In the early years of British colonial rule, Hong Kong went through an interesting and difficult phase of development, while a second generation of local Chinese was born as British subjects. Having received a Western education, this new breed acted as spokesmen and intermediaries and became essential bridges between the government and the people. Perhaps the most distinguished and certainly the most versatile of them was Sir Kai Ho Kai (1859-1914), barrister, physician, reformist, revolutionary and essayist.
Besides tracing the life of Sir Kai Ho Kai and his family, this book contains descriptions of notable social events in Hong Kong in the early years in which Sir Kai played a part, such as the Bubonic Epidemic, the Alice Memorial Hospital, the Hong Kong College of Medicine and the Po Leung Kuk. Also included are sketches and anecdotes of prominent citizens and government officials at that time. Political developments in China during the period, seen as the background of Sir Kai's reformist and revolutionary relationship with his student, Dr. Sun Yat-sen.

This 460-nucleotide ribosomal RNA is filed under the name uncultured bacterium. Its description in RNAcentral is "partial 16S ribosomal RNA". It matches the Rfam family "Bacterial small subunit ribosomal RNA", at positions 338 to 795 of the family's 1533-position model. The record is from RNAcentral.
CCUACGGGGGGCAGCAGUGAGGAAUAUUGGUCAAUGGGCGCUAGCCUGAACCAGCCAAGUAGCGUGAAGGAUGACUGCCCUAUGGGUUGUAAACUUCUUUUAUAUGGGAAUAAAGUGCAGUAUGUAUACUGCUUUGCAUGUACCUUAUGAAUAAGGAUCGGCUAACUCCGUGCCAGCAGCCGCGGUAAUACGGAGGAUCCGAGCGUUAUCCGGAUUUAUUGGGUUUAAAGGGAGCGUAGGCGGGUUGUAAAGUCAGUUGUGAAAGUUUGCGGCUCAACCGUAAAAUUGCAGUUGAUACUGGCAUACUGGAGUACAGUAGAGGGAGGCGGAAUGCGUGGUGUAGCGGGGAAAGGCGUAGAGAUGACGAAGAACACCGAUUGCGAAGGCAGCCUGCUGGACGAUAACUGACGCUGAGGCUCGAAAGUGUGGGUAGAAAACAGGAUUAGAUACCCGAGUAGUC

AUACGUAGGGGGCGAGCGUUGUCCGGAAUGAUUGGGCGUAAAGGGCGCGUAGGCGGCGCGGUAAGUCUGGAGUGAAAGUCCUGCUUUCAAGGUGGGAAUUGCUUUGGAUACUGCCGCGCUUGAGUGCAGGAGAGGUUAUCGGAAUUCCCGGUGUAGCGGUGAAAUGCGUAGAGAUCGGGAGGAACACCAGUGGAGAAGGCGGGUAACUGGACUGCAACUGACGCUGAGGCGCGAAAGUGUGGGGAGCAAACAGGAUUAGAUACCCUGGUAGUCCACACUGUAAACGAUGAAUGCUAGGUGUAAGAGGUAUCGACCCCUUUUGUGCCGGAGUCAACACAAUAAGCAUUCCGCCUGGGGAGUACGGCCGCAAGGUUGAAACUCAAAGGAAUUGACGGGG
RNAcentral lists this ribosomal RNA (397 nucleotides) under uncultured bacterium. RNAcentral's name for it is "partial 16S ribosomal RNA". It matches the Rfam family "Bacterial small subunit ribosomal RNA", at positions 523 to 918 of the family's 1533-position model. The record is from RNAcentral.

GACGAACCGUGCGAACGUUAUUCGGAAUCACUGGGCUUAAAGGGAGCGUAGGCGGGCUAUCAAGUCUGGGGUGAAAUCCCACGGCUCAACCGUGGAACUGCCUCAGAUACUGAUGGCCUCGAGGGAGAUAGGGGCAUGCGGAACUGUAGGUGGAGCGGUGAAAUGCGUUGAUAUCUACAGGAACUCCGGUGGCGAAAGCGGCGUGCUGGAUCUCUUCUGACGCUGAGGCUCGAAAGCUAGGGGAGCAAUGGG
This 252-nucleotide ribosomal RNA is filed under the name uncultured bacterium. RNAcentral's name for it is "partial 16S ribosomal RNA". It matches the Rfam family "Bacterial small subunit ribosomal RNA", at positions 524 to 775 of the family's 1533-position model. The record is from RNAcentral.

G. H. Choa was a Lecturer in Medicine at the University of Hong Kong in 1949-1956, Consultant Physician at the Queen Mary Hospital in 1956-1967, then Deputy Director and Director of Medical and Health Service, Hong Kong Government in 1967-1977, and the Founding Dean of the Faculty of Medicine, The Chinese University of Hong Kong in 1978-1988. He is also the author of "Heal the Sick" Was Their Motto: The Protestant Medical Missionaries in China, which is a history of medical education in China.